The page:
Three ponders big squeeze: City, duopoly, Ofcom have little sympathy
And then there were ... 3
UK punters face higher prices from an oligopoly of three mobile providers unless Ofcom rethinks its spectrum policy, Three UK's CEO Kevin Russell said at a policy debate in London today.
As it stands, Ofcom will hand all of the prime 900Mhz spectrum currently used by Vodafone and O2 for 2G back to them to use again for 3G. Ofcom had wanted to parcel it out – as other countries do, to make sure market competition remains keen. The decision to hand this public property back to Voda and O2 raises doubts about Three's continued participation in the UK market – which Russell did nothing to dispel.
Three's chief made a strong case for the benefits of competition, particularly in the form of lower prices. He pointed out that 18 new licences were created in Europe for 3G a decade ago – of which only seven survive. Six of those are Hutchison's 3. But in those markets where a newcomer has survived, voice calls are 19 per cent lower, and data prices 28 per cent lower.
"How much do you want to stick in our backs?" Russell asked. "At some point you will end up with three players in the marketplace and by the way, 18 months ago, you had five."
Russell said that 97 per cent of traffic on his network is now data – Three carries half of the UK's mobile data traffic and sells more iPhones than any other operator. At 900Mhz coverage is better; an operator without a lot of sites, and a lot of low frequency would struggle to be competitive.
No wonder Vodafone and Telefonica's O2 are lobbying so hard to starve Three of the 900Mhz real estate. The benefits in the long run of higher prices and higher margins are immense.
Other countries have parcelled up the lower frequencies to ensure the market doesn't get sewn up between a few players. 3G currently works at the 2100Mhz frequency, with the superior 900Mhz range used by O2 and Vodafone, and 1800Mhz by Everything Everywhere (Orange and T-Mobile) for 3G. Three holds no 2G spectrum. Spectrum has been refarmed in the Netherlands and Ireland for example, and reallocated in France, Germany and Italy. The UK is alone in handing the original frequencies back to the original two holders of GSM licences in the UK.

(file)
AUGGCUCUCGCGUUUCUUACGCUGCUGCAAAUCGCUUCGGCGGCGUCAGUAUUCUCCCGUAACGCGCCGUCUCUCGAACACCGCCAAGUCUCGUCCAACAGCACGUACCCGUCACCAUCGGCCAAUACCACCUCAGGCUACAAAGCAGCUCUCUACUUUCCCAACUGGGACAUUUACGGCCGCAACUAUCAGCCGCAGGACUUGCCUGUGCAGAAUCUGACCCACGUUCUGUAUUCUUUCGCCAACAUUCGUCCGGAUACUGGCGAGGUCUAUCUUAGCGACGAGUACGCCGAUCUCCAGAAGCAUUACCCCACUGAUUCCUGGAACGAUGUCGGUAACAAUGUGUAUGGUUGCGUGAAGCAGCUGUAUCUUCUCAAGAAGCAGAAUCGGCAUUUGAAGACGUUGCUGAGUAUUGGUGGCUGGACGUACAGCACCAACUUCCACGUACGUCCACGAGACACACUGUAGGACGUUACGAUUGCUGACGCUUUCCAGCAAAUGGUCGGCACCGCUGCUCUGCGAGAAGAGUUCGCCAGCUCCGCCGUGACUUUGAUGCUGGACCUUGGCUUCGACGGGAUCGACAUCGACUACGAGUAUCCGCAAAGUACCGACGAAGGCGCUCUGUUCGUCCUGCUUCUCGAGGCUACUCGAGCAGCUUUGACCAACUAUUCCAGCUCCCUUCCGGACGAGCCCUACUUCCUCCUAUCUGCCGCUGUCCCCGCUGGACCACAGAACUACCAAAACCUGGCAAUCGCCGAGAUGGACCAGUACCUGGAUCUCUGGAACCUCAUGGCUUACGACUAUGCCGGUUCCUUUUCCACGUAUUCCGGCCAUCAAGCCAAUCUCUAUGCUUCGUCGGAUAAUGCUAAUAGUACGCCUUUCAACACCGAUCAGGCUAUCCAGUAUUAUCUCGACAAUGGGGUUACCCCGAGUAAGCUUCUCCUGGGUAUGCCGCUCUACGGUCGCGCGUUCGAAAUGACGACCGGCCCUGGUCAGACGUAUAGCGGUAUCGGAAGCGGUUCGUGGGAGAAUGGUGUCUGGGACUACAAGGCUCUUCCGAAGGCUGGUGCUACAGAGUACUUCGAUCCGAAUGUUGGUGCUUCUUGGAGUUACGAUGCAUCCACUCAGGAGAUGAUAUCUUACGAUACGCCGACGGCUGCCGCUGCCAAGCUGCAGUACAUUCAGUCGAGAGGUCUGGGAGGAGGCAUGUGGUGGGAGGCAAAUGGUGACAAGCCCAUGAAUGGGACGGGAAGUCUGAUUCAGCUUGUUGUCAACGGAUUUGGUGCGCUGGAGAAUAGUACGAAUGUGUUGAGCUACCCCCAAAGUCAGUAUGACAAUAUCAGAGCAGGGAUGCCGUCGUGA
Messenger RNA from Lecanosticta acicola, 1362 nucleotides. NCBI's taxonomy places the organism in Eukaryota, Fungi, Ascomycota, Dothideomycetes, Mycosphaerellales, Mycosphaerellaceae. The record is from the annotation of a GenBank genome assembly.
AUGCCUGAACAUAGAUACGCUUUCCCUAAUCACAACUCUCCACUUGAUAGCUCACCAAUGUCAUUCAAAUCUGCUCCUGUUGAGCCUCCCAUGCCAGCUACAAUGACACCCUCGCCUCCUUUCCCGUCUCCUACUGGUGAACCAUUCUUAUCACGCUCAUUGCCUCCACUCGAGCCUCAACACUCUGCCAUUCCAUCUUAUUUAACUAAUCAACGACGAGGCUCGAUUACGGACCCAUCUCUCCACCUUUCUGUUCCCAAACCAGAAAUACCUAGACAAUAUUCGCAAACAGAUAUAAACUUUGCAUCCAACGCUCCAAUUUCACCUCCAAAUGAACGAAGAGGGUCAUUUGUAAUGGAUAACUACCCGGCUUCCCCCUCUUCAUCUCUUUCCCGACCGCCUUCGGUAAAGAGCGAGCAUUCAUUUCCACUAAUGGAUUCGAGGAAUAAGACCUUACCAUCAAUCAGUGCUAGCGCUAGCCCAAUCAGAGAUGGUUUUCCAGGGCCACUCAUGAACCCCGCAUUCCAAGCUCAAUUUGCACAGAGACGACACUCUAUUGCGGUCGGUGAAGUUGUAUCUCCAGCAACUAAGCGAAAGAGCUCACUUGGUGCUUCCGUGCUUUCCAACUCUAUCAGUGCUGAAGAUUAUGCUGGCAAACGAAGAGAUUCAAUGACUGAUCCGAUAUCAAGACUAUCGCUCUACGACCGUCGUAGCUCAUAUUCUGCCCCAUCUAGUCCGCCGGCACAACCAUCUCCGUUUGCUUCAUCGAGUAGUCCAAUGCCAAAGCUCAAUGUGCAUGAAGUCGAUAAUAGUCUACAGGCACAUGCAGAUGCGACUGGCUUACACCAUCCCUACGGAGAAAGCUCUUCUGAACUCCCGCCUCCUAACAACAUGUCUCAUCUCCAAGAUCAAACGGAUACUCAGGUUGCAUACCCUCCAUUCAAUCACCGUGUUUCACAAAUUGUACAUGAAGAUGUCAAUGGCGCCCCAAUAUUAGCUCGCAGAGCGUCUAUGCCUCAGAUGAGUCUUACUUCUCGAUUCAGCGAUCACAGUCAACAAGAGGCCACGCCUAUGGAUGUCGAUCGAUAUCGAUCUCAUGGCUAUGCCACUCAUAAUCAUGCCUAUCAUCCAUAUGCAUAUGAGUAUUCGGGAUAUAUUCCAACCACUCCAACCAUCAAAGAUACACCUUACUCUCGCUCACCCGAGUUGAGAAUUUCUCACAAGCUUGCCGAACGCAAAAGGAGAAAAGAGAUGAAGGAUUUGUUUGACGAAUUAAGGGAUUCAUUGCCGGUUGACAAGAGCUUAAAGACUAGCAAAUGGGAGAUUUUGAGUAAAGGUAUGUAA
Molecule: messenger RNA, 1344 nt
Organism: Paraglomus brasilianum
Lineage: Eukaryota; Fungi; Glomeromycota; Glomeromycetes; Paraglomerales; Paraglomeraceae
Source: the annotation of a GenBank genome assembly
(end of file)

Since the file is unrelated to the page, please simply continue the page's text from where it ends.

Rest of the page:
But is Three crying Chicken Little? Lee Sanders of consultancy and research company Analysys Mason didn't think so, and agreed with Russell's appraisal of the market.
"I'll be surprised if Three can carry this on forever given the growth in traffic and the spectrum it has," he said.
Without decent spectrum, said Sanders, Three would have to chose from a palette of unattractive options – such as choking demand with pricing, or charging different amounts for different products or services. This is an anathema to Three, which has popularised all-you-can-eat data.
Russell found little sympathy from either Ofcom or the City.
Barclays Capital analyst Jonathan Dann described Telefonica and Vodafone's strategy as trying to "create a drought in their neighbours' backyards".
In 2007 Ofcom favoured O2 and Vodafone keeping most of the 900Mhz, but an auction for the rest, so the duopoly could not enjoy an unfair advantage. After the Carter Report of 2009, Ofcom introduced the idea of "Adminstered Incentive Price" – effectively an annual licence fee for spectrum holders – and then dropped any mention of reallocation or refarming.
Ofcom did so on the basis of a cost-benefit analysis that suggest that an operator in the 2100Ghz range sites could be competitive with one in the 900Mhz range if it had three times as many sites. (PDF/670KB)
Ofcom's partner in charge of spectrum, Hyacinth Nwana, explained that other spectrum was coming up.
"We fully understand that Three doesn't agree. That advice was predicated on the forthcoming availability of 800Mhz and 2.6Ghz giving players who don't have frequency the ability to acquire the frequency."
Ofcom makes the odd justification that since T-Mobile and Three share sites and masts (but not spectrum), there is no need to give Three the chance to bid to operate in the 900Mhz range.
"Ofcom got that badly wrong," responded Russell. "If somebody's foot is on your head they don't let you get back up."
And the City view?
Fewer operators mean higher profits, of course. BarCap's Dann said he favoured fewer players in the market, as this meant greater returns for shareholders.
"The hope of the City is that all the smaller operators will sell out," he said. "The City wants in-market consolidation." So the die seems cast, there.
Nwana seemed much more excited by the prospect of more auctions than the fate of the 900Mhz band – he couldn't wait to move on to talk about the 700Mhz band used by TV. And the prospect of an annual licence fee from the industry. It reminded this reporter of Ofcom in its pomp, when it relished its role as a tax collector.
Regulators, eh? Sometimes they're captured by the biggest players – and sometimes they just capture themselves. ®